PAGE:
Alexandra Toft, with endurance horse Pia te, is Equestrian Queensland’s Junior Sports Star of the Year.
Alexandra Toft, with endurance horse Pia te, is Equestrian Queensland’s Junior Sports Star of the Year. Sarah Keayes

Alexandra Toft on track to success

AT just 14, Alexandra Toft can lay claim to a travel history to make even the most adventurous of backpackers jealous.

Welcome to the life of an equestrian globetrotter and in this case, a Marburg teenager who is quickly treading the same path as her world championship gold-medal winning parents.

Alexandra rattles off the countries she has visited like the places you stop over on a weekend drive.

There’s Italy and the United Arab Emirates from the time her parents Peter and Penny Toft were regulars on the international equestrian scene.

Most recent was a two-week sojourn to Hungary in September when Alexandra competed in her first World Youth and Junior Endurance Championship.

Up against competitors as old as 21, Alexandra surpassed even the loftiest of expectations to complete the challenging 120km course in 17th position.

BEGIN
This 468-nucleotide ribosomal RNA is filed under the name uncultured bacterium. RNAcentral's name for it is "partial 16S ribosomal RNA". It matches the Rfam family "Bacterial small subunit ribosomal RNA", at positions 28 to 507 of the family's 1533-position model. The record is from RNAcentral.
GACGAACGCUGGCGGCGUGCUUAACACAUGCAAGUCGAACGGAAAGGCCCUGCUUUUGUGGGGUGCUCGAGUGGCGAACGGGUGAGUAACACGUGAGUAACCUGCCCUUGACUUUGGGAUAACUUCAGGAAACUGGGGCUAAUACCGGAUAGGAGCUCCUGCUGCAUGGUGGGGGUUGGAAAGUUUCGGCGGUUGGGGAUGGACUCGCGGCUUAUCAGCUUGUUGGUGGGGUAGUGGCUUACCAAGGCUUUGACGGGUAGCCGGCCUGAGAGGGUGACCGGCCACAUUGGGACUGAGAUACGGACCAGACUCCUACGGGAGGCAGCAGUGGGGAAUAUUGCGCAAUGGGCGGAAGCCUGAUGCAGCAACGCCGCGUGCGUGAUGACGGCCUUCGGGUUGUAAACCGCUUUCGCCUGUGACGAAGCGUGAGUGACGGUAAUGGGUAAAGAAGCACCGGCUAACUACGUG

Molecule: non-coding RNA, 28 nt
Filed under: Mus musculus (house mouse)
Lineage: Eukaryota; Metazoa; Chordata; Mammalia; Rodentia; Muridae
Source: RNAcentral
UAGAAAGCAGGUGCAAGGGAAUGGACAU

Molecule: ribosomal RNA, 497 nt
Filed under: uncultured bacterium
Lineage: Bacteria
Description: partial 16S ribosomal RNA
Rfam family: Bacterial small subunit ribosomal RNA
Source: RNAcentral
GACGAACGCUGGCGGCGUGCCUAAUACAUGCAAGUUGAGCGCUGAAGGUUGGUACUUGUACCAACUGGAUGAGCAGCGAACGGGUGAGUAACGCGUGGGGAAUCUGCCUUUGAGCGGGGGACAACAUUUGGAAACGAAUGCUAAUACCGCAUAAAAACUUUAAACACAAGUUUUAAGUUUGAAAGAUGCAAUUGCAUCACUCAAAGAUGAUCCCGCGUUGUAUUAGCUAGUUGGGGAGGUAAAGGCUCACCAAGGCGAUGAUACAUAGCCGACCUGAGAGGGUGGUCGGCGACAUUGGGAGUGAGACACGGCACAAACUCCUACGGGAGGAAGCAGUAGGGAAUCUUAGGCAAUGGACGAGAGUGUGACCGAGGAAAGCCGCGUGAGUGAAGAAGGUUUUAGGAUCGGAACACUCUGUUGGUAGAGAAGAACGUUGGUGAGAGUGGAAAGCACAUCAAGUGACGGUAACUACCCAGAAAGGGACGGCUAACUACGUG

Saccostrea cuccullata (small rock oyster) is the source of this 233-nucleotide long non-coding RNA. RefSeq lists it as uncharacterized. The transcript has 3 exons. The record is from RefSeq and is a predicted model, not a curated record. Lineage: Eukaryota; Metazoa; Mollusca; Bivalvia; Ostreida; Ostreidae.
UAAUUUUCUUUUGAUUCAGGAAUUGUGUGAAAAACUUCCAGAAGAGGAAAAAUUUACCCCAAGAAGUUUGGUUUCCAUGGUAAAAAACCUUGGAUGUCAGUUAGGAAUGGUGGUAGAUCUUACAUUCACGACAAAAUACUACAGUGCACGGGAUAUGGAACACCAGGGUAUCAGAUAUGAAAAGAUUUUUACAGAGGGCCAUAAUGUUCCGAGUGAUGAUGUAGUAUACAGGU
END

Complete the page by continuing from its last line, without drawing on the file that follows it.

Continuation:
“Definitely going to Hungary has been the highlight ... it was amazing,” Alexandra said.

“All of the horses were very well prepared and it was a great experience.”

While Alexandra is no stranger to sitting high on the saddle – she started doing local 20km rides at the age of seven – this is the West Moreton Anglican College student’s first year of competitive riding.

As a result, Alexandra became the first endurance competitor to receive the Equestrian Queensland Junior Sports Star of the Year award on the Gold Coast last month.

Breeding goes a long way to picking a champion horse and the same can be said of Alexandra’s lineage.

In five world titles, mum Penny collected a gold, silver and bronze in team’s competition while dad Peter has three world championship appearances on his resume.

Alexandra also credits a lot of her success to her horse Bremervale Justice who, at 17 years of age, is synonymous with the Tofts.

“He was mum’s horse. She rode all her world championships on him so he’s very special to our family,” Alexandra said. “It’s very important to get to know your horse before the event to know what to expect.”

For now Alexandra – who is ranked No. 8 on the FEI (International Equestrian Federation) world rankings – is content to put her feet up before resuming competitive riding at an FEI qualifying event in February at Fernvale.

With such a strong affinity to horses, Alexandra wanted to be a vet for as long as she can remember.

However, medicine of the human kind is now on the agenda.

“I’ve always wanted to be a vet but my grandfather is a neurologist so I want to do something with the brain,” she said.



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